The World Health Organization (WHO) released its first-ever guidelines for how much screen time children under 5 years old should get, and it’s very, very strict: zero screen time for babies under 1 year old and just an hour a day for children aged 2 to 4 years old.
It’s similar to guidelines released by the American Academy of Pediatrics (AAP) in 2016, which says children below 18 months should avoid screens altogether, except when it’s used for video-chatting. Those between 18 to 24 months are allowed screens provided that “parents choose high-quality programming” like age-appropriate educational children’s shows.
The WHO has reinforced these recommendations to promote better quality sleep and more active play for children to grow up healthy, according to a news release. The organization says that sedentary behaviors like riding a car, sitting at a desk in school, watching TV or playing screen-based games are associated with poor health outcomes and can affect sleep.
Studies have shown that short sleep duration is associated with overweight and obesity in childhood and adolescence as well as mental health issues in adolescents. Most importantly, physical inactivity is a leading risk factor for death and contributes to the rise in obesity.
WHO defines sedentary screen time as “time spent passively watching screen-based entertainment,” whether it’s on a TV, computer, or mobile device.
“What we really need to do is bring back play for children,” Dr. Juana Willumsen, WHO focal point for childhood obesity and physical activity said in a statement. “This is about making the shift from sedentary time to playtime while protecting sleep.”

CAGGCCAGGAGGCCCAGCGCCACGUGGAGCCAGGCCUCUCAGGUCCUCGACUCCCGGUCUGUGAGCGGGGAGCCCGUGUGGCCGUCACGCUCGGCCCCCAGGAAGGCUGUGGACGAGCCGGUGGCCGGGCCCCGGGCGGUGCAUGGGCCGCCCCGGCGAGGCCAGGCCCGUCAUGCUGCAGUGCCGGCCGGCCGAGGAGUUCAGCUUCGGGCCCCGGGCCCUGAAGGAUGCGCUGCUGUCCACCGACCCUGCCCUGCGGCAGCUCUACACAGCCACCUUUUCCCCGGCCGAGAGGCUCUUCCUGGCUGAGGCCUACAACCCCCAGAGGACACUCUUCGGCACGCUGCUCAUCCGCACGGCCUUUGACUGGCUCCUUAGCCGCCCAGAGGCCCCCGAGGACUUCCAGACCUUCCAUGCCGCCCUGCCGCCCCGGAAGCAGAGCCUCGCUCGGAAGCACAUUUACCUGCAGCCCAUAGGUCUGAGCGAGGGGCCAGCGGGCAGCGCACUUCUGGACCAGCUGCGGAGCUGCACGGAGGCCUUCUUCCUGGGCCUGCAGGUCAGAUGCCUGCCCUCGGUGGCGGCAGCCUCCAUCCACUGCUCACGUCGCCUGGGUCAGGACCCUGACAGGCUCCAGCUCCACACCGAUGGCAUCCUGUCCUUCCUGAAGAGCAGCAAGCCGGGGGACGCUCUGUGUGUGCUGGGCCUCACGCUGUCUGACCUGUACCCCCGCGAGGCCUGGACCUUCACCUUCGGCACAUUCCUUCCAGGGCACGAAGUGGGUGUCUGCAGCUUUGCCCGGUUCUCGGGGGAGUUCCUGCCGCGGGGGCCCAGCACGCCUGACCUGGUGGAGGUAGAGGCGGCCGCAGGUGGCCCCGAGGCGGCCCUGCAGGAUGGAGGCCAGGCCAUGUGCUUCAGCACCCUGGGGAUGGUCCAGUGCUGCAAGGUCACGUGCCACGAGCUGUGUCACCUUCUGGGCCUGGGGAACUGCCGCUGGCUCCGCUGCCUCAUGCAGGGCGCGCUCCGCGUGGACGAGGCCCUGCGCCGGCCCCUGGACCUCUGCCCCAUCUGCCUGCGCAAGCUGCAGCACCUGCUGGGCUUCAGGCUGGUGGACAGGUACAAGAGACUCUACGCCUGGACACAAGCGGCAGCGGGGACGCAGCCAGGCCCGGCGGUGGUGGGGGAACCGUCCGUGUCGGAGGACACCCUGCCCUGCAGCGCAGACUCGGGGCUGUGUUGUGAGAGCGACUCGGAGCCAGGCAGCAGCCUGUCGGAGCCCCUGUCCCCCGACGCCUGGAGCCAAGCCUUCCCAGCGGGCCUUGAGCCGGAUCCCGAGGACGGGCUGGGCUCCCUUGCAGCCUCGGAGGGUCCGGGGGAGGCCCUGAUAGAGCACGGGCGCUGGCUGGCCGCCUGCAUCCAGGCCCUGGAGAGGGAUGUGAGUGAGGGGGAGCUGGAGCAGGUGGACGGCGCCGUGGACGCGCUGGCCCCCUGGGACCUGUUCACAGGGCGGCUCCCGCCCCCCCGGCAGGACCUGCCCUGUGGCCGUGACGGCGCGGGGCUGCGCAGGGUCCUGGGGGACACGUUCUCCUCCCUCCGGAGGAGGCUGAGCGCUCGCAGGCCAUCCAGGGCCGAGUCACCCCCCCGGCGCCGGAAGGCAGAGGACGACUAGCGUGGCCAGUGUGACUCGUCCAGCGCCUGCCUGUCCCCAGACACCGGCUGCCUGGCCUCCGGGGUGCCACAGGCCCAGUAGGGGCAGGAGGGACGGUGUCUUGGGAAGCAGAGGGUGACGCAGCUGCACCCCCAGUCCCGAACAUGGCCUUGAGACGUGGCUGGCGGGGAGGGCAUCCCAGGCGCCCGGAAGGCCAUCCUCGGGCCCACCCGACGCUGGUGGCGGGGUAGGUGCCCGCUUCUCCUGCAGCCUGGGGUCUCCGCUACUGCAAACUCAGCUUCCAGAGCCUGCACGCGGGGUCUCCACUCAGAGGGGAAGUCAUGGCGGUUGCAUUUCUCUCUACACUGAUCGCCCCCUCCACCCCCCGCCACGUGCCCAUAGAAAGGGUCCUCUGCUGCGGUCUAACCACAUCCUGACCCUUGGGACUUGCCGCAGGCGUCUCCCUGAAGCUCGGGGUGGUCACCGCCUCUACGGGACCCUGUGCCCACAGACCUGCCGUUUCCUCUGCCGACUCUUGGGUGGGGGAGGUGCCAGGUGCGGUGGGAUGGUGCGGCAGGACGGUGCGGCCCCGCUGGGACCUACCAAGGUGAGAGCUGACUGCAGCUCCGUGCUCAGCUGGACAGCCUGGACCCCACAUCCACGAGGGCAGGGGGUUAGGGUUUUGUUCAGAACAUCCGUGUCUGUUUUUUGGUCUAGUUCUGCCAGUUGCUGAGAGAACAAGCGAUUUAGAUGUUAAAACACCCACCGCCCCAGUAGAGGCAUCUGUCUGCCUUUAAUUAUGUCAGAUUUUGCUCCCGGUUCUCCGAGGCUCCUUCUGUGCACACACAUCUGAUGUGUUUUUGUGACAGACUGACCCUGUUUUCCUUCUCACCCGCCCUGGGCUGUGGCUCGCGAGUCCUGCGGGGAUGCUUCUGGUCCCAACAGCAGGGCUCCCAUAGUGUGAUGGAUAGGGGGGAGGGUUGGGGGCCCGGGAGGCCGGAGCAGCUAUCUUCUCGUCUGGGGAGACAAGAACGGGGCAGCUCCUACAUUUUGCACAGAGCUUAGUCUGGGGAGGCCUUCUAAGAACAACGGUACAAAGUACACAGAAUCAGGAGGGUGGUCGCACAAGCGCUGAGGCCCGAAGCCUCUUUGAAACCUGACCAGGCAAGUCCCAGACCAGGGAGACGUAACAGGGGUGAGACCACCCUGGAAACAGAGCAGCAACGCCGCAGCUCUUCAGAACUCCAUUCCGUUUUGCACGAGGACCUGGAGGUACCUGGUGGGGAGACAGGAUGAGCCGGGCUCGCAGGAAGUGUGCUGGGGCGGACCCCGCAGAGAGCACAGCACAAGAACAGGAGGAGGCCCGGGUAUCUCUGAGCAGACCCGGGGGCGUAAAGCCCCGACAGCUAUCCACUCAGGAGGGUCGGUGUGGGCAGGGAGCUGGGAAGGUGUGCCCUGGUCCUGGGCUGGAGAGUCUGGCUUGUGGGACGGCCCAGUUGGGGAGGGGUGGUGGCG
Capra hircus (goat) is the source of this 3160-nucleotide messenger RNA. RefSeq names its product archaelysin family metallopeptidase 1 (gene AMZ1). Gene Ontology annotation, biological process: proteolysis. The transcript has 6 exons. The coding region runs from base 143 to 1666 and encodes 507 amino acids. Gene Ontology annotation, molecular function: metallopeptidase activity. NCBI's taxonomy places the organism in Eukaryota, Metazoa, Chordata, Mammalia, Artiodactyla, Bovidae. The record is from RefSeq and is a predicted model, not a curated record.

For infants less than a year old up to 4 years, the WHO advises parents to engage their kids in reading and storytelling for sedentary time instead of using devices. Physical activity through interactive floor-based play is also encouraged for older infants, and moderate to vigorous physical activity spread throughout the day for children ages 1 to 2 years.
For infants who are not yet mobile, WHO suggests they spend at least 30 minutes in a prone position (or on their tummy) spread throughout the day while awake. Recent research has found that spending time on the stomach is essential for building a baby’s strength and motors skills and may even affect his handwriting when he grows up. (Remember, tummy time should be done when your baby is wide awake.)
For kids at 3 to 4 years old, at least 180 minutes of physical activity per day is needed with 60 minutes of moderate- to vigorous-intensity kind of play. For all ages, the prevailing thought is more physical activity, the better.
WHO's guidelines were met with mixed reactions. In the United Kingdom, Andrew Przybylski, director of research at the Oxford Internet Institute at the University of Oxford told Time that the advice “overly focuses on quantity of screen time and fails to consider the content and context of use. Not all screen time is created equal.”
Some also said that the stricter rules create more guilt for parents who are burdened with the task of limiting screen time. “It induces a real conflict. The more guidelines we give, it just seems like there’s going to be more of a mismatch between what experts say…and what it feels like to be a parent in the real world every day,” University of Michigan pediatrician Jenny Radesky, who is also the author of AAP’s screen-time guidelines, told The Washington Post.
But while a little screen time won’t hurt your child, various studies have shown how excessive use can be detrimental to their health, including delaying toddlers’ language and social skills. In the long run, letting your kids use gadgets unsupervised may even lead to screen dependency disorder.
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It is up to parents to decide whether to follow these guidelines or not, but it is a good reminder to cut back on usage, especially in a generation where using gadgets is almost second nature. Claudette Avelino-Tandoc, a Family Life and Child Development Specialist and Early Childhood Education consultant, told SmartParenting.com.ph parents need to take charge of managing the balanced use of technology at home.
“Devices are not bad per se. They are useful and essential tools for communication, research, learning, entertainment, among other things. Parents are dealing with 21st-century learners, what we call ‘digital natives.’ They should allow their kids to manipulate these tools. However, balance is key,” she says.